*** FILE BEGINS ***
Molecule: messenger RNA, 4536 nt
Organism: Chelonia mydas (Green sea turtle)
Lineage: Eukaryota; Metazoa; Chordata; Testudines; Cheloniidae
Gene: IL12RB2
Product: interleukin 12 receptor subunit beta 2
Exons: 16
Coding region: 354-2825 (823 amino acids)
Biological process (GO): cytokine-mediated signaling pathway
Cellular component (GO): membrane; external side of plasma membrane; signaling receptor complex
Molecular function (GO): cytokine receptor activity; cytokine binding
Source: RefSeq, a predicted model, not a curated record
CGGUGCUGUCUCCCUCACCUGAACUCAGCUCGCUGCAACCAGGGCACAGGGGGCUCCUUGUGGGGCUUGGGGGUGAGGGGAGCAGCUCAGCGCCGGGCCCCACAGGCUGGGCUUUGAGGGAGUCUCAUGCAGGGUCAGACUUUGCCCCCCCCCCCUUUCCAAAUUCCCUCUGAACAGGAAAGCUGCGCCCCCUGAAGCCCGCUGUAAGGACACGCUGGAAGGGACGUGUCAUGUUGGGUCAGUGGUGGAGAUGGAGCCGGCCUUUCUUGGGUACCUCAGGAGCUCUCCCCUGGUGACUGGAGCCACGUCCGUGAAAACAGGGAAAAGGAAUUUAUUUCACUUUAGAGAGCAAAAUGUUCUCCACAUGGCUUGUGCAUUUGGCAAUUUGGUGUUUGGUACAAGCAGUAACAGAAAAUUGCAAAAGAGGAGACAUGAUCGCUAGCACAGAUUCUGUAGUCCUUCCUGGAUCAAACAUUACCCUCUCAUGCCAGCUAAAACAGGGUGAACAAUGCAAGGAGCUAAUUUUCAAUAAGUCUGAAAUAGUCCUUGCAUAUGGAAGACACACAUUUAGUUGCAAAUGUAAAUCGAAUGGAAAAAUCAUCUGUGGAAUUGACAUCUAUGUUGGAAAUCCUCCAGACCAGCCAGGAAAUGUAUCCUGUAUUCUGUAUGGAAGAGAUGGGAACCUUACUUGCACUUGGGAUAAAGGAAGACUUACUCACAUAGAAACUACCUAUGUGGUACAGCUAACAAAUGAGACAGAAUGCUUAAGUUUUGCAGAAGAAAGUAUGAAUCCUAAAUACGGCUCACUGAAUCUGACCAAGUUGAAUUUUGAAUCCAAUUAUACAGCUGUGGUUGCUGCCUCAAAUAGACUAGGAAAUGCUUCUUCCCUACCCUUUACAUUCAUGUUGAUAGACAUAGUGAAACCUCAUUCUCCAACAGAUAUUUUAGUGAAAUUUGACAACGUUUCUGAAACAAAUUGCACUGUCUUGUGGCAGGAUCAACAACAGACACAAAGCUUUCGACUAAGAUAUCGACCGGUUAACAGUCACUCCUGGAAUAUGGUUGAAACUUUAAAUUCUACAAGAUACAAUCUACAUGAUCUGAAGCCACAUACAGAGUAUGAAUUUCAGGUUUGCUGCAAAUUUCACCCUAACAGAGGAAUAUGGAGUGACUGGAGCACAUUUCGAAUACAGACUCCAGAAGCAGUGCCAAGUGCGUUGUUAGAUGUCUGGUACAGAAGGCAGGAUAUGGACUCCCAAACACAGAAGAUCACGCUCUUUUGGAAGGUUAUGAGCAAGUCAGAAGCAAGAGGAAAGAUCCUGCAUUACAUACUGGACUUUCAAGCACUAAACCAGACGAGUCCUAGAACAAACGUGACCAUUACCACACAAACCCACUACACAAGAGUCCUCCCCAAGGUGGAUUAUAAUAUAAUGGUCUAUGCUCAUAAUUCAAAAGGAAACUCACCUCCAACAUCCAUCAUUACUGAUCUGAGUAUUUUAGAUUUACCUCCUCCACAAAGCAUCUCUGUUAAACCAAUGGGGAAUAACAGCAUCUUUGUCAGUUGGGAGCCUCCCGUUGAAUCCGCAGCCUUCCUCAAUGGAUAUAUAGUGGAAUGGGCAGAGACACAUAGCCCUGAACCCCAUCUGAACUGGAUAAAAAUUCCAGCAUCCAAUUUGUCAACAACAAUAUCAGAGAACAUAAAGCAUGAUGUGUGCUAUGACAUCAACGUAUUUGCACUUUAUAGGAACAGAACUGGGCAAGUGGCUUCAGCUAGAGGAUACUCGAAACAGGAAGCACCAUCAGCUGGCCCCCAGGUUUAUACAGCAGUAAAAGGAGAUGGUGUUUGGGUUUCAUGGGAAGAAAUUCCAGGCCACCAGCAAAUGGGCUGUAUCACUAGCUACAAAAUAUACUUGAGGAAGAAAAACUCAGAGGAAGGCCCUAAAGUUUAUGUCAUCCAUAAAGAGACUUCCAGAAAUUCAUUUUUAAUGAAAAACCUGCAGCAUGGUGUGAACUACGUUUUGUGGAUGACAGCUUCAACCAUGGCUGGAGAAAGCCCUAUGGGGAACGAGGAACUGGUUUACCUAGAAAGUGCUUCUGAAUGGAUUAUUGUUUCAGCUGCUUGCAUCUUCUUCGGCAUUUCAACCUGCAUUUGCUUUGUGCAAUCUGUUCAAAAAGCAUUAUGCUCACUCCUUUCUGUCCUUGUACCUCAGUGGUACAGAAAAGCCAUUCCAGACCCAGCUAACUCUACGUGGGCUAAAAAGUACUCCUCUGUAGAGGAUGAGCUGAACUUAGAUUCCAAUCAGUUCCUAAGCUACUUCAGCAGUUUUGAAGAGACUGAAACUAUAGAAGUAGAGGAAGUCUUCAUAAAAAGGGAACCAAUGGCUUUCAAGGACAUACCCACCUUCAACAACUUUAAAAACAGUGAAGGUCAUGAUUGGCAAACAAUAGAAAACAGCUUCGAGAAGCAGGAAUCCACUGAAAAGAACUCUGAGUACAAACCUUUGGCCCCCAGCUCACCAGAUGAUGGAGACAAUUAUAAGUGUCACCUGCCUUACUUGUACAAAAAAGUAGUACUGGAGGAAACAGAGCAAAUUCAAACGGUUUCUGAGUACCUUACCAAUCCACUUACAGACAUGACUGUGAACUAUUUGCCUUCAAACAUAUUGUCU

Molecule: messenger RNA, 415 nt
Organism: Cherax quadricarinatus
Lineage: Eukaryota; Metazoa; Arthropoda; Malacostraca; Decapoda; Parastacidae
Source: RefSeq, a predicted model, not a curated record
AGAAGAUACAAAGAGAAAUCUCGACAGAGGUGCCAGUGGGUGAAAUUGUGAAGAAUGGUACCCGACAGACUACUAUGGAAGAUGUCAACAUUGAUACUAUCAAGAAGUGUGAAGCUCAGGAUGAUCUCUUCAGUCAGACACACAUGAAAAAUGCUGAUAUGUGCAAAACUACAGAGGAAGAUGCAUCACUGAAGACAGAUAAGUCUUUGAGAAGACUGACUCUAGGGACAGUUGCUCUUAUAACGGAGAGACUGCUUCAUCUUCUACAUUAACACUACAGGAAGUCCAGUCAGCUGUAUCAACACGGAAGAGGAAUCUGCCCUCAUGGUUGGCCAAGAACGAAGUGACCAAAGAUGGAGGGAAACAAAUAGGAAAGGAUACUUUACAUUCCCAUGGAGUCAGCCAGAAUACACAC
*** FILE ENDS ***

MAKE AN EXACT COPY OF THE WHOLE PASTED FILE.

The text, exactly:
Molecule: messenger RNA, 4536 nt
Organism: Chelonia mydas (Green sea turtle)
Lineage: Eukaryota; Metazoa; Chordata; Testudines; Cheloniidae
Gene: IL12RB2
Product: interleukin 12 receptor subunit beta 2
Exons: 16
Coding region: 354-2825 (823 amino acids)
Biological process (GO): cytokine-mediated signaling pathway
Cellular component (GO): membrane; external side of plasma membrane; signaling receptor complex
Molecular function (GO): cytokine receptor activity; cytokine binding
Source: RefSeq, a predicted model, not a curated record
CGGUGCUGUCUCCCUCACCUGAACUCAGCUCGCUGCAACCAGGGCACAGGGGGCUCCUUGUGGGGCUUGGGGGUGAGGGGAGCAGCUCAGCGCCGGGCCCCACAGGCUGGGCUUUGAGGGAGUCUCAUGCAGGGUCAGACUUUGCCCCCCCCCCCUUUCCAAAUUCCCUCUGAACAGGAAAGCUGCGCCCCCUGAAGCCCGCUGUAAGGACACGCUGGAAGGGACGUGUCAUGUUGGGUCAGUGGUGGAGAUGGAGCCGGCCUUUCUUGGGUACCUCAGGAGCUCUCCCCUGGUGACUGGAGCCACGUCCGUGAAAACAGGGAAAAGGAAUUUAUUUCACUUUAGAGAGCAAAAUGUUCUCCACAUGGCUUGUGCAUUUGGCAAUUUGGUGUUUGGUACAAGCAGUAACAGAAAAUUGCAAAAGAGGAGACAUGAUCGCUAGCACAGAUUCUGUAGUCCUUCCUGGAUCAAACAUUACCCUCUCAUGCCAGCUAAAACAGGGUGAACAAUGCAAGGAGCUAAUUUUCAAUAAGUCUGAAAUAGUCCUUGCAUAUGGAAGACACACAUUUAGUUGCAAAUGUAAAUCGAAUGGAAAAAUCAUCUGUGGAAUUGACAUCUAUGUUGGAAAUCCUCCAGACCAGCCAGGAAAUGUAUCCUGUAUUCUGUAUGGAAGAGAUGGGAACCUUACUUGCACUUGGGAUAAAGGAAGACUUACUCACAUAGAAACUACCUAUGUGGUACAGCUAACAAAUGAGACAGAAUGCUUAAGUUUUGCAGAAGAAAGUAUGAAUCCUAAAUACGGCUCACUGAAUCUGACCAAGUUGAAUUUUGAAUCCAAUUAUACAGCUGUGGUUGCUGCCUCAAAUAGACUAGGAAAUGCUUCUUCCCUACCCUUUACAUUCAUGUUGAUAGACAUAGUGAAACCUCAUUCUCCAACAGAUAUUUUAGUGAAAUUUGACAACGUUUCUGAAACAAAUUGCACUGUCUUGUGGCAGGAUCAACAACAGACACAAAGCUUUCGACUAAGAUAUCGACCGGUUAACAGUCACUCCUGGAAUAUGGUUGAAACUUUAAAUUCUACAAGAUACAAUCUACAUGAUCUGAAGCCACAUACAGAGUAUGAAUUUCAGGUUUGCUGCAAAUUUCACCCUAACAGAGGAAUAUGGAGUGACUGGAGCACAUUUCGAAUACAGACUCCAGAAGCAGUGCCAAGUGCGUUGUUAGAUGUCUGGUACAGAAGGCAGGAUAUGGACUCCCAAACACAGAAGAUCACGCUCUUUUGGAAGGUUAUGAGCAAGUCAGAAGCAAGAGGAAAGAUCCUGCAUUACAUACUGGACUUUCAAGCACUAAACCAGACGAGUCCUAGAACAAACGUGACCAUUACCACACAAACCCACUACACAAGAGUCCUCCCCAAGGUGGAUUAUAAUAUAAUGGUCUAUGCUCAUAAUUCAAAAGGAAACUCACCUCCAACAUCCAUCAUUACUGAUCUGAGUAUUUUAGAUUUACCUCCUCCACAAAGCAUCUCUGUUAAACCAAUGGGGAAUAACAGCAUCUUUGUCAGUUGGGAGCCUCCCGUUGAAUCCGCAGCCUUCCUCAAUGGAUAUAUAGUGGAAUGGGCAGAGACACAUAGCCCUGAACCCCAUCUGAACUGGAUAAAAAUUCCAGCAUCCAAUUUGUCAACAACAAUAUCAGAGAACAUAAAGCAUGAUGUGUGCUAUGACAUCAACGUAUUUGCACUUUAUAGGAACAGAACUGGGCAAGUGGCUUCAGCUAGAGGAUACUCGAAACAGGAAGCACCAUCAGCUGGCCCCCAGGUUUAUACAGCAGUAAAAGGAGAUGGUGUUUGGGUUUCAUGGGAAGAAAUUCCAGGCCACCAGCAAAUGGGCUGUAUCACUAGCUACAAAAUAUACUUGAGGAAGAAAAACUCAGAGGAAGGCCCUAAAGUUUAUGUCAUCCAUAAAGAGACUUCCAGAAAUUCAUUUUUAAUGAAAAACCUGCAGCAUGGUGUGAACUACGUUUUGUGGAUGACAGCUUCAACCAUGGCUGGAGAAAGCCCUAUGGGGAACGAGGAACUGGUUUACCUAGAAAGUGCUUCUGAAUGGAUUAUUGUUUCAGCUGCUUGCAUCUUCUUCGGCAUUUCAACCUGCAUUUGCUUUGUGCAAUCUGUUCAAAAAGCAUUAUGCUCACUCCUUUCUGUCCUUGUACCUCAGUGGUACAGAAAAGCCAUUCCAGACCCAGCUAACUCUACGUGGGCUAAAAAGUACUCCUCUGUAGAGGAUGAGCUGAACUUAGAUUCCAAUCAGUUCCUAAGCUACUUCAGCAGUUUUGAAGAGACUGAAACUAUAGAAGUAGAGGAAGUCUUCAUAAAAAGGGAACCAAUGGCUUUCAAGGACAUACCCACCUUCAACAACUUUAAAAACAGUGAAGGUCAUGAUUGGCAAACAAUAGAAAACAGCUUCGAGAAGCAGGAAUCCACUGAAAAGAACUCUGAGUACAAACCUUUGGCCCCCAGCUCACCAGAUGAUGGAGACAAUUAUAAGUGUCACCUGCCUUACUUGUACAAAAAAGUAGUACUGGAGGAAACAGAGCAAAUUCAAACGGUUUCUGAGUACCUUACCAAUCCACUUACAGACAUGACUGUGAACUAUUUGCCUUCAAACAUAUUGUCU

Molecule: messenger RNA, 415 nt
Organism: Cherax quadricarinatus
Lineage: Eukaryota; Metazoa; Arthropoda; Malacostraca; Decapoda; Parastacidae
Source: RefSeq, a predicted model, not a curated record
AGAAGAUACAAAGAGAAAUCUCGACAGAGGUGCCAGUGGGUGAAAUUGUGAAGAAUGGUACCCGACAGACUACUAUGGAAGAUGUCAACAUUGAUACUAUCAAGAAGUGUGAAGCUCAGGAUGAUCUCUUCAGUCAGACACACAUGAAAAAUGCUGAUAUGUGCAAAACUACAGAGGAAGAUGCAUCACUGAAGACAGAUAAGUCUUUGAGAAGACUGACUCUAGGGACAGUUGCUCUUAUAACGGAGAGACUGCUUCAUCUUCUACAUUAACACUACAGGAAGUCCAGUCAGCUGUAUCAACACGGAAGAGGAAUCUGCCCUCAUGGUUGGCCAAGAACGAAGUGACCAAAGAUGGAGGGAAACAAAUAGGAAAGGAUACUUUACAUUCCCAUGGAGUCAGCCAGAAUACACAC